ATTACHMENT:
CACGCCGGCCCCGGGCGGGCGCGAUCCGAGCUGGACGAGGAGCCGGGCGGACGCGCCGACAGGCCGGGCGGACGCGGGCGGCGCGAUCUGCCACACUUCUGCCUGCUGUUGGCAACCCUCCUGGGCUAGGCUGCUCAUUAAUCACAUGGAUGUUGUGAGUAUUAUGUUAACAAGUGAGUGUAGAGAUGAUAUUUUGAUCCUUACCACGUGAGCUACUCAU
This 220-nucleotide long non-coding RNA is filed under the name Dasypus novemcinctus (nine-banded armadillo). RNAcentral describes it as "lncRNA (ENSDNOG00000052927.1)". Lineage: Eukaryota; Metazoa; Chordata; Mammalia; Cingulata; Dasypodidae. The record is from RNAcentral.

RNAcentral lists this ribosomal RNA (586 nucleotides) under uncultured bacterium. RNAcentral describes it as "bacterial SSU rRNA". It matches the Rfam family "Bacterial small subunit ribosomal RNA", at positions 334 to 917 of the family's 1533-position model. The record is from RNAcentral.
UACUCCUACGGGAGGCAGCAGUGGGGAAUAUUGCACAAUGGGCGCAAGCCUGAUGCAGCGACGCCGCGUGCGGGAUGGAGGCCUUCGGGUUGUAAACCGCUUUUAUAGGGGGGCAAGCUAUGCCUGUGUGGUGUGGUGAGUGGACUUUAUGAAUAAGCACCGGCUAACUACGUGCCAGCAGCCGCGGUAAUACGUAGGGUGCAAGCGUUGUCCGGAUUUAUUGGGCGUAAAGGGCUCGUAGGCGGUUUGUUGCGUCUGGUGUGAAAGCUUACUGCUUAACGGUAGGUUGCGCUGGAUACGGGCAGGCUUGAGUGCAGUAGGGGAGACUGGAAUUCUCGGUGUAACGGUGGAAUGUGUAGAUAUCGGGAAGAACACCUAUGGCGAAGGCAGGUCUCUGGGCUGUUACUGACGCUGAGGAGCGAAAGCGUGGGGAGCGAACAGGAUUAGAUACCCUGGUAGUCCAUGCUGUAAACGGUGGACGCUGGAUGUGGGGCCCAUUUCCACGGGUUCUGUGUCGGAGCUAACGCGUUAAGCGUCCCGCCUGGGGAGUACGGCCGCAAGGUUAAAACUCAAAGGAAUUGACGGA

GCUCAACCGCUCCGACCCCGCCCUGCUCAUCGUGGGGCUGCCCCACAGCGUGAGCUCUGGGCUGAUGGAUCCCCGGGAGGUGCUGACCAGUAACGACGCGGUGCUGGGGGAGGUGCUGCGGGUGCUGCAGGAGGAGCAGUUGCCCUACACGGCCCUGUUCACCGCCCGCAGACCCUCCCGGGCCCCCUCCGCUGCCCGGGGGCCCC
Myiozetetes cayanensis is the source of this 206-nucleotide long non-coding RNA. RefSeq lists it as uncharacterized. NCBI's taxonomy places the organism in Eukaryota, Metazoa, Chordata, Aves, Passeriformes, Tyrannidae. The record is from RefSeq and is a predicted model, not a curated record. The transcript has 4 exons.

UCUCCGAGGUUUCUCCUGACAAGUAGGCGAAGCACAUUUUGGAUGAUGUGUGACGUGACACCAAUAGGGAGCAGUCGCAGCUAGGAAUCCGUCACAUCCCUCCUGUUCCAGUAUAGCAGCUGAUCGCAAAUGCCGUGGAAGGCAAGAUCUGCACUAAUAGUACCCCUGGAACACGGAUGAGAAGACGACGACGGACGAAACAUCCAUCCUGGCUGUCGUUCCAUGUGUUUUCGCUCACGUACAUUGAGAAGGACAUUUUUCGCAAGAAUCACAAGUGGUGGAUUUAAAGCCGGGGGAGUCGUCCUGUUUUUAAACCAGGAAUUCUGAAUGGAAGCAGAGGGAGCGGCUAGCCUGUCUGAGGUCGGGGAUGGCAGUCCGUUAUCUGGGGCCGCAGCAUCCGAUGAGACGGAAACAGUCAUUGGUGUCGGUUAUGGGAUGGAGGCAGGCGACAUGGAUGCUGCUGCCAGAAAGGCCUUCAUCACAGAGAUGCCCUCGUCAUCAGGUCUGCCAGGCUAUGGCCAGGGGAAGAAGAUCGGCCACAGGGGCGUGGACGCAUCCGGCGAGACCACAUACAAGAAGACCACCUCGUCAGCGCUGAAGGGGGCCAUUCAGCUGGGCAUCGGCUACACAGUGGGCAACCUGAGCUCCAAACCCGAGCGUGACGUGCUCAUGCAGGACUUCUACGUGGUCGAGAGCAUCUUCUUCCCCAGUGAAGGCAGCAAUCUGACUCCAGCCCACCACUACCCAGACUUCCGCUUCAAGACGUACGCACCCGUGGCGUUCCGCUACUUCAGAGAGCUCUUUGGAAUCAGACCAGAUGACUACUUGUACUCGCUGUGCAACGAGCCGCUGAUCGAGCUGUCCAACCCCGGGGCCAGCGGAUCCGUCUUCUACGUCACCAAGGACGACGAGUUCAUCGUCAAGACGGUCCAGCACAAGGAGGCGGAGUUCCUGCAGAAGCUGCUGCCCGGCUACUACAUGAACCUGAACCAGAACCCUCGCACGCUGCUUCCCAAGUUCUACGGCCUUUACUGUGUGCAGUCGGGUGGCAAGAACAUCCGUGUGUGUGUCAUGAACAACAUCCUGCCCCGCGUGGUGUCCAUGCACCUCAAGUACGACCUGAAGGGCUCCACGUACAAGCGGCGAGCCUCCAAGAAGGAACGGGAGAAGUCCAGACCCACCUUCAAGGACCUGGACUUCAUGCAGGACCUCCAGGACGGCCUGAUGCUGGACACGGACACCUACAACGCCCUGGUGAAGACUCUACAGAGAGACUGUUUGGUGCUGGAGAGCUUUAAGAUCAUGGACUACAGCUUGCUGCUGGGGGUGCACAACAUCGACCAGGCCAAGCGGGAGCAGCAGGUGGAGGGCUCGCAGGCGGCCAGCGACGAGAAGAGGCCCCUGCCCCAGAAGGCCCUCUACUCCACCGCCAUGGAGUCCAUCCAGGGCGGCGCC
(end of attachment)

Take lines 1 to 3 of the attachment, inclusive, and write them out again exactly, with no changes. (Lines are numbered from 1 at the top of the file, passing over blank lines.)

CACGCCGGCCCCGGGCGGGCGCGAUCCGAGCUGGACGAGGAGCCGGGCGGACGCGCCGACAGGCCGGGCGGACGCGGGCGGCGCGAUCUGCCACACUUCUGCCUGCUGUUGGCAACCCUCCUGGGCUAGGCUGCUCAUUAAUCACAUGGAUGUUGUGAGUAUUAUGUUAACAAGUGAGUGUAGAGAUGAUAUUUUGAUCCUUACCACGUGAGCUACUCAU
This 220-nucleotide long non-coding RNA is filed under the name Dasypus novemcinctus (nine-banded armadillo). RNAcentral describes it as "lncRNA (ENSDNOG00000052927.1)". Lineage: Eukaryota; Metazoa; Chordata; Mammalia; Cingulata; Dasypodidae. The record is from RNAcentral.

RNAcentral lists this ribosomal RNA (586 nucleotides) under uncultured bacterium. RNAcentral describes it as "bacterial SSU rRNA". It matches the Rfam family "Bacterial small subunit ribosomal RNA", at positions 334 to 917 of the family's 1533-position model. The record is from RNAcentral.